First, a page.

The Supreme Court overturned Jogee's conviction after concluding that it had been secured on the grounds that he merely had foresight of the potential that the victim, Paul Fyfe, could suffer life-threatening injuries.

Because Jogee had not been in the room at the time of the killing, the justices said, it had not been proven that he had actively encouraged the crime.

According to The Telegraph, Jogee will not walk free following the ruling. He will reportedly remain in prison while the Crown considers whether to seek a re-trial on murder charges or a resentencing on the lesser charge of manslaughter.

President of the Supreme Court Lord Neuberger, said: "This does not mean that a person who took part in unlawful venture which any reasonable person would realise carried the risk of causing physical harm, and which in fact resulted in death, would go scot-free unless he could be proved to have intended to assist or encourage the principal (offender) to inflict death or serious harm.

"Anybody who took part in a venture of that kind would be guilty of manslaughter, a very serious crime, at least unless the death resulted from something which he could not possibly have foreseen.

"But to be guilty of murder, rather than manslaughter, the secondary party (to the crime) had to have had the intent which I have described."

MPs previously called for an urgent review of joint enterprise laws which has been used in a wide variety of cases, including gang murders where it was impossible to prove which member's actions actually led to the victim's death.

In May 2014 a gang of teenage killers, some as young as 14, were named after being convicted of murdering their 19-year-old rival Sean "Shorty" McHugh.

A major artery in his leg was slashed open with a sword after being chased into a Merseyside laundrette by five youths.

The House of Commons' justice select committee said in a report in December 2014: "In light of the evidence we have heard in this inquiry ... our disquiet at the functioning of the law on joint enterprise has grown.

"Notwithstanding the positive development of the publication of the CPS’s guidance on joint enterprise charging decisions, there seems to be no willingness on the part of the Government to recognize that there may be negative effects from the operation of the doctrine, for the reputation of the justice system and for wider society, as well as for the interests of some of those convicted under the doctrine and for the victims of crimes."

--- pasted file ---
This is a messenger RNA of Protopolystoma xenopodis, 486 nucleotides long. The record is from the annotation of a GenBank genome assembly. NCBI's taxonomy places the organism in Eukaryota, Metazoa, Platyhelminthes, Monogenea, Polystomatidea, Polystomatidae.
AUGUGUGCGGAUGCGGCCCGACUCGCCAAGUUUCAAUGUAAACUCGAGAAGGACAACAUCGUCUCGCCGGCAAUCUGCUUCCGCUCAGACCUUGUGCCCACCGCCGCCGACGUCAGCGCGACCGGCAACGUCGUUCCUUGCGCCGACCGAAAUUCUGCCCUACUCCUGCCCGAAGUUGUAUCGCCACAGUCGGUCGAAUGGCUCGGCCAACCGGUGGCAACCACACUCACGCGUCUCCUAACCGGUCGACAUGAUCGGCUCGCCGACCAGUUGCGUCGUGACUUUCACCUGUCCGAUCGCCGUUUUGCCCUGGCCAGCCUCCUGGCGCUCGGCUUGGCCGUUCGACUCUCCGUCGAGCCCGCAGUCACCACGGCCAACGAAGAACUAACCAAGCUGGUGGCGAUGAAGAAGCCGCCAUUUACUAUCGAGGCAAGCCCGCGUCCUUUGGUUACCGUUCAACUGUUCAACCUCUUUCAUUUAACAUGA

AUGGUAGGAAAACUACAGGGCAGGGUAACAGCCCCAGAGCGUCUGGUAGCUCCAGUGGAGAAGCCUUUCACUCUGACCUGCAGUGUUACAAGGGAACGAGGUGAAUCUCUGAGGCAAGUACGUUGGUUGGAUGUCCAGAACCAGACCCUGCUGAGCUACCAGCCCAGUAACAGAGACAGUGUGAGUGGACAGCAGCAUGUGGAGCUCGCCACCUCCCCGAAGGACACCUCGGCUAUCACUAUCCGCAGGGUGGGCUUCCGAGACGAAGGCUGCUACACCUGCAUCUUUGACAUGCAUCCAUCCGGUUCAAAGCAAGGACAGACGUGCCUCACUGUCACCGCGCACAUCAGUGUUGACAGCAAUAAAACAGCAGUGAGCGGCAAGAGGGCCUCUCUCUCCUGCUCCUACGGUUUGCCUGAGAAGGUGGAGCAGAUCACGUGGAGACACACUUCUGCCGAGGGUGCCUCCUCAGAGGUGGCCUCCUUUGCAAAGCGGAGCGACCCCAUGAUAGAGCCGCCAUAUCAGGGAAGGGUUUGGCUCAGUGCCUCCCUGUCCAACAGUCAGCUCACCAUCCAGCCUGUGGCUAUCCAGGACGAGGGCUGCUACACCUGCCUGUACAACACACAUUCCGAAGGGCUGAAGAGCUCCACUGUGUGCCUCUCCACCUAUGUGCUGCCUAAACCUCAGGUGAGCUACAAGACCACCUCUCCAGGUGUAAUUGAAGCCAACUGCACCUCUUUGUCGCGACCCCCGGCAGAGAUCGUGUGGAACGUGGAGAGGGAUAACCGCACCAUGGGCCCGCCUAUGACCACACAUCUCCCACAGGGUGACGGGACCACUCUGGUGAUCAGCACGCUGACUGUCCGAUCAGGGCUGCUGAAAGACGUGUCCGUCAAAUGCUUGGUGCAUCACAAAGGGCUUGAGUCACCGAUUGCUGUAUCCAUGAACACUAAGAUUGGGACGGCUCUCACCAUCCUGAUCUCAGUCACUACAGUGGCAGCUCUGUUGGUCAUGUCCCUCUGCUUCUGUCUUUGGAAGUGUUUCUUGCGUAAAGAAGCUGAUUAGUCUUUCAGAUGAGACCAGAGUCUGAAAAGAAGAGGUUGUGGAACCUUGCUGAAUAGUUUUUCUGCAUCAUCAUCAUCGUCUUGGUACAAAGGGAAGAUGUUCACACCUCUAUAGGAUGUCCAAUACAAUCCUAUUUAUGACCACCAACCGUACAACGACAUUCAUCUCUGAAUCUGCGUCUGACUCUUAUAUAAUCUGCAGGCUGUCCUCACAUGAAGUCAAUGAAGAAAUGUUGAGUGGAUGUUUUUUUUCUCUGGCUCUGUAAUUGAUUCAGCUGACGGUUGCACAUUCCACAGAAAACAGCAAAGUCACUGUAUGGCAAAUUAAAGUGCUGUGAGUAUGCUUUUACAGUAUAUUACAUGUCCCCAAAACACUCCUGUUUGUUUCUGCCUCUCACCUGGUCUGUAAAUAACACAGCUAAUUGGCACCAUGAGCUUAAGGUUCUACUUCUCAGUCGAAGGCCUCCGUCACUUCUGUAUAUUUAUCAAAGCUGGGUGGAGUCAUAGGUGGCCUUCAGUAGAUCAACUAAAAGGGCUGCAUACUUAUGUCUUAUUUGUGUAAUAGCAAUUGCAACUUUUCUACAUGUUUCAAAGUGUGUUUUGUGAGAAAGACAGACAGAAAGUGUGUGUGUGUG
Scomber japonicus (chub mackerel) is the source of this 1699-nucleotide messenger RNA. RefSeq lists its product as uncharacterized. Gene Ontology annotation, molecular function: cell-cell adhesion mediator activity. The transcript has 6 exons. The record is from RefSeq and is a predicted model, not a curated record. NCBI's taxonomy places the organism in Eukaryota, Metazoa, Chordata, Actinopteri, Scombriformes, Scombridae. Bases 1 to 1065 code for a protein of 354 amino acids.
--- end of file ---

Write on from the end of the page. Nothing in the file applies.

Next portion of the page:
In the committee report, chairman Sir Alan Beith said the authorities should keep better figures on the use of joint enterprise so that its full impact can be monitored.

“Given the degree of concern which exists about the operation of joint enterprise, we say it is not acceptable for the main authorities in the criminal justice system to give such limited attention and priority to the recording and collation of fundamental information about the use of the doctrine," Sir Alan said.

"We also call for research to provide information covering the last five years, and for the CPS to monitor and analyse the way prosecutors are following the guidance in cases where the joint enterprise doctrine is used.”

Campaigners have claimed joint enterprise leads to miscarriages of justice and is used disproportionately against ethnic minorities.

However, the report said: "The low rate of success of appeals against joint enterprise convictions is seen by some, including the Director of Public Prosecutions, as giving comfort that miscarriages of justice in this sense are not taking place to a significant degree."

It went on: "We now recommend that the Government should request the Law Commission to undertake an urgent review of the law of joint enterprise in murder cases.

"This review should consider the appropriateness of the threshold of foresight in the establishment of culpability of secondary participants in joint enterprise cases.

Paul Fyfe, pictured above with his family, was stabbed to death by Jogee's friend Mohammed Hirsi in June 2011

"It should also consider the proposition that in joint enterprise murder cases it should not be possible to charge with murder secondary participants who did not encourage or assist the perpetration of the murder, who should instead be charged with manslaughter or another lesser offence.

"The Law Commission should be asked to present proposals for the codification in statute of the law of joint enterprise, together with any proposed changes arising from its review."

A new report published on January 27, based on a survey of 250 prisoners convicted under joint enterprise provisions "found evidence that black and minority ethnic people are serving long prison sentences because of unfair and racist criminal justice practices".